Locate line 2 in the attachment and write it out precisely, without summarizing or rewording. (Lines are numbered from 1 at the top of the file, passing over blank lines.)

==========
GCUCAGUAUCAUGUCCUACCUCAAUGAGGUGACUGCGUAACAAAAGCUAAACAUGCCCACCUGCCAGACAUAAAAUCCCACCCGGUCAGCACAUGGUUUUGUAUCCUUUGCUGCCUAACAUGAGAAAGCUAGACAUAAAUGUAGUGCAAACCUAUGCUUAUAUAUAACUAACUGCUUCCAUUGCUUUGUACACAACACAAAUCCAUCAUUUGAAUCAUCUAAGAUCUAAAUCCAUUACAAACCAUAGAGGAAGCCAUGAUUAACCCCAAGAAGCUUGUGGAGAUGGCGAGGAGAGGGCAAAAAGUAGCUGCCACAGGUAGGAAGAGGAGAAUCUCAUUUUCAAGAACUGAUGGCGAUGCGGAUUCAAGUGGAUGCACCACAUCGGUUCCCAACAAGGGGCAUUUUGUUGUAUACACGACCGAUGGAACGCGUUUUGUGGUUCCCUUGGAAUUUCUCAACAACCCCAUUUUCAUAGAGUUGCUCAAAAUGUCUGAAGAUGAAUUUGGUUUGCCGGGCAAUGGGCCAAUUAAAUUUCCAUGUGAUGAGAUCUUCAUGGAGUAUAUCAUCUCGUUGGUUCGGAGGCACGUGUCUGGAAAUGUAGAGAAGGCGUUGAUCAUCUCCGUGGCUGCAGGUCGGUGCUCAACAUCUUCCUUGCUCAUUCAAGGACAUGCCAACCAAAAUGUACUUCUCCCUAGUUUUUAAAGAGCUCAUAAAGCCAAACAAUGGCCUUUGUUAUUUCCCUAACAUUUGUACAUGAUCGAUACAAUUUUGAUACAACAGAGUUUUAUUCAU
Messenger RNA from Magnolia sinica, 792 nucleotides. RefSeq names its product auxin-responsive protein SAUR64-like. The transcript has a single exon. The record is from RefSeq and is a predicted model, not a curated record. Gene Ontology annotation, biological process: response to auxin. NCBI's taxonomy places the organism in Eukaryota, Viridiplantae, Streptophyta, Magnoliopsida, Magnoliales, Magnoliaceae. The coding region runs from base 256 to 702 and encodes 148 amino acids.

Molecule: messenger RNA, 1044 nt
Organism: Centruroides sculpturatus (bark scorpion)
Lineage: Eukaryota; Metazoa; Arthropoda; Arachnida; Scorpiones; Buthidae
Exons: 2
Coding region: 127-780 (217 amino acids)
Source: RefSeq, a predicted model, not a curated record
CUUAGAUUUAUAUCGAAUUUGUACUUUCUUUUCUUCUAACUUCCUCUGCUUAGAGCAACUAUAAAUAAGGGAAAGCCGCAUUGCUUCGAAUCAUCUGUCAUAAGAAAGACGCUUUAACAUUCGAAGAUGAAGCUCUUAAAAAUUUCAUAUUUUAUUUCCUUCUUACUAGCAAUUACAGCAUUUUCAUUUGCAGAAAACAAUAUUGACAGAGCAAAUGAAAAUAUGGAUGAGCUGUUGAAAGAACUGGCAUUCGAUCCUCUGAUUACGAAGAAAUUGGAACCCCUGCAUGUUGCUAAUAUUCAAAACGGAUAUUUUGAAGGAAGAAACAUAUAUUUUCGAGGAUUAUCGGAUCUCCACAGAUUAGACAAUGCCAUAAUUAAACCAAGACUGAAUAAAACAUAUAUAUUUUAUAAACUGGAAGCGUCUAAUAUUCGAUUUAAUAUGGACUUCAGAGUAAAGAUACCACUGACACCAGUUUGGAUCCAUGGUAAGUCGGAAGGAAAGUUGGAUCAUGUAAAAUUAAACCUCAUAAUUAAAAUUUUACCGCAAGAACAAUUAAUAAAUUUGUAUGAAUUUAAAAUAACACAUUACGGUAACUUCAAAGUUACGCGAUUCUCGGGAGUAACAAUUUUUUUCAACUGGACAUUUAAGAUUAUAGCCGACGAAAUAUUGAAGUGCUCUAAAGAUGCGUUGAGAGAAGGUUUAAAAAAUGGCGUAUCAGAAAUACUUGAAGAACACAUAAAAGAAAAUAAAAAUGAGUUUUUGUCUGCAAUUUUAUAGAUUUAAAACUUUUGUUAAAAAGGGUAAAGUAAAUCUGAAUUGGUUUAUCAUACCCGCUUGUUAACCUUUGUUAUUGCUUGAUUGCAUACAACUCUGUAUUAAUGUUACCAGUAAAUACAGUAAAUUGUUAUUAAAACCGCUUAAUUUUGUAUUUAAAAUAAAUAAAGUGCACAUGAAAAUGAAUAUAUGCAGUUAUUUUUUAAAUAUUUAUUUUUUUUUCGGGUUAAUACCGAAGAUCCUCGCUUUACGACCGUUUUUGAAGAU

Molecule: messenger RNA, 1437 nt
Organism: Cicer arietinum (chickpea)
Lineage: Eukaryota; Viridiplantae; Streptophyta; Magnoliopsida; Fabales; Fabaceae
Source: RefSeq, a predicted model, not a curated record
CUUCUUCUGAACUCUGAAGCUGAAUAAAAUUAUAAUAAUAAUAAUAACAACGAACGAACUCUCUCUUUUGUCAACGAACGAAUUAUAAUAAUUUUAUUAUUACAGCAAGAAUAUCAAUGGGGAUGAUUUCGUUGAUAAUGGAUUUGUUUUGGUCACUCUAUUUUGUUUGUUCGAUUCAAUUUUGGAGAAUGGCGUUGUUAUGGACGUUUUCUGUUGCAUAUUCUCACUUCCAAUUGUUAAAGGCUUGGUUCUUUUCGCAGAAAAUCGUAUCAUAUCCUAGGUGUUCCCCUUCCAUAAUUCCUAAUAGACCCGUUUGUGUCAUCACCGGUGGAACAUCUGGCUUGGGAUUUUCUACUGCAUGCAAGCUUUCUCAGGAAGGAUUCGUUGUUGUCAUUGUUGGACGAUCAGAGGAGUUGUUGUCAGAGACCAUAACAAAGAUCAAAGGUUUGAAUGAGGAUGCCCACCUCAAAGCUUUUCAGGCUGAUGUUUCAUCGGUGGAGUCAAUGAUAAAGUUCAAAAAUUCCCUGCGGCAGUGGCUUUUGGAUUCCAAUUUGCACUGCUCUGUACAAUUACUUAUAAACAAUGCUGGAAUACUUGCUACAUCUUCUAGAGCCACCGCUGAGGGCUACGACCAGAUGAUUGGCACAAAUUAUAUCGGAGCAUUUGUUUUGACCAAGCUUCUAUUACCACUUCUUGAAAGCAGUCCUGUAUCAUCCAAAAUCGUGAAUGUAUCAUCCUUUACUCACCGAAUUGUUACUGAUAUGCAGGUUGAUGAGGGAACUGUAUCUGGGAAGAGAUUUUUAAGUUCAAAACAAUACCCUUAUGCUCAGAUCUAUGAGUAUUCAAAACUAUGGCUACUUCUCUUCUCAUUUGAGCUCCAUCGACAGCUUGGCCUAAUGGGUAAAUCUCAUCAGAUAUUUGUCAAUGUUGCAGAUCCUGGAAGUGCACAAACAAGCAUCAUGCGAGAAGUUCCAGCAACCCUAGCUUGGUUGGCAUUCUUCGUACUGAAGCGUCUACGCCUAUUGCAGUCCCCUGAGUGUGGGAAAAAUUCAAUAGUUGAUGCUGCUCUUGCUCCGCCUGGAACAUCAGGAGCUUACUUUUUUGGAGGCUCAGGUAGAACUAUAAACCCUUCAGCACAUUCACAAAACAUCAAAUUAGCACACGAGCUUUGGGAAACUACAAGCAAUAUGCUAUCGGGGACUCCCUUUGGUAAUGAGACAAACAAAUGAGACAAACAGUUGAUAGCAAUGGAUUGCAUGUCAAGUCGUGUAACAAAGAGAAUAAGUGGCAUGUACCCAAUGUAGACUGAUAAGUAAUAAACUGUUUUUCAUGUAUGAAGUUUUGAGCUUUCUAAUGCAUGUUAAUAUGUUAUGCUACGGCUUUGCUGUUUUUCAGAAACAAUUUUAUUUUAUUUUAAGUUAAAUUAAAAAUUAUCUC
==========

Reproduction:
Messenger RNA from Magnolia sinica, 792 nucleotides. RefSeq names its product auxin-responsive protein SAUR64-like. The transcript has a single exon. The record is from RefSeq and is a predicted model, not a curated record. Gene Ontology annotation, biological process: response to auxin. NCBI's taxonomy places the organism in Eukaryota, Viridiplantae, Streptophyta, Magnoliopsida, Magnoliales, Magnoliaceae. The coding region runs from base 256 to 702 and encodes 148 amino acids.